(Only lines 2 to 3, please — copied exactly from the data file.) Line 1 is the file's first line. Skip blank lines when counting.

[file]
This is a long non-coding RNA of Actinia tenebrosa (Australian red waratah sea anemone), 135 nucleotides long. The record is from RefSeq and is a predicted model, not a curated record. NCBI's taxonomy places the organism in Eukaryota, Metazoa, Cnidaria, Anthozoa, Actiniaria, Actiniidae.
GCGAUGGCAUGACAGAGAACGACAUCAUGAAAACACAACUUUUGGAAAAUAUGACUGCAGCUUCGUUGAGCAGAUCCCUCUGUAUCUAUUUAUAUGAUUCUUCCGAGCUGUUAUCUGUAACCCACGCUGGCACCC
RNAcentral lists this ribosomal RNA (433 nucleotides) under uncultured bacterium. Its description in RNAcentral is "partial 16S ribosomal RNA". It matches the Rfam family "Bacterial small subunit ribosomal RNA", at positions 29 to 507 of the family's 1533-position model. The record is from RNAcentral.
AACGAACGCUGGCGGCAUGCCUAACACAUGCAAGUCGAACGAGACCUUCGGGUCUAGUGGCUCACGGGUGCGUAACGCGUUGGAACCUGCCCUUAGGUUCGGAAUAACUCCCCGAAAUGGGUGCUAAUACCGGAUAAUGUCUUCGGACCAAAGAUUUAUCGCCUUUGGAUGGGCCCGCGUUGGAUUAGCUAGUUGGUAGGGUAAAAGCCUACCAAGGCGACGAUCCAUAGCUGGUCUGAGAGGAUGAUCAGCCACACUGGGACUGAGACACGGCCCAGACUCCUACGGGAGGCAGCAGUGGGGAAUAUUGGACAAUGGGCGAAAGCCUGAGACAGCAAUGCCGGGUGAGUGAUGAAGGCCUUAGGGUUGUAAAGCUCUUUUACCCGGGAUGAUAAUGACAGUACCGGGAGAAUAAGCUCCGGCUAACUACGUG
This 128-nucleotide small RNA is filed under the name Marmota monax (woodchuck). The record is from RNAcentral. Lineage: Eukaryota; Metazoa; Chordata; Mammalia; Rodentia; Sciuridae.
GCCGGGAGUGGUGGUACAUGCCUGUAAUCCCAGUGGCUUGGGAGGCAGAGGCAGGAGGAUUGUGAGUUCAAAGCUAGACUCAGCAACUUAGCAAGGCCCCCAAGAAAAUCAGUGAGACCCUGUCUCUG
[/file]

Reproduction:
GCGAUGGCAUGACAGAGAACGACAUCAUGAAAACACAACUUUUGGAAAAUAUGACUGCAGCUUCGUUGAGCAGAUCCCUCUGUAUCUAUUUAUAUGAUUCUUCCGAGCUGUUAUCUGUAACCCACGCUGGCACCC
RNAcentral lists this ribosomal RNA (433 nucleotides) under uncultured bacterium. Its description in RNAcentral is "partial 16S ribosomal RNA". It matches the Rfam family "Bacterial small subunit ribosomal RNA", at positions 29 to 507 of the family's 1533-position model. The record is from RNAcentral.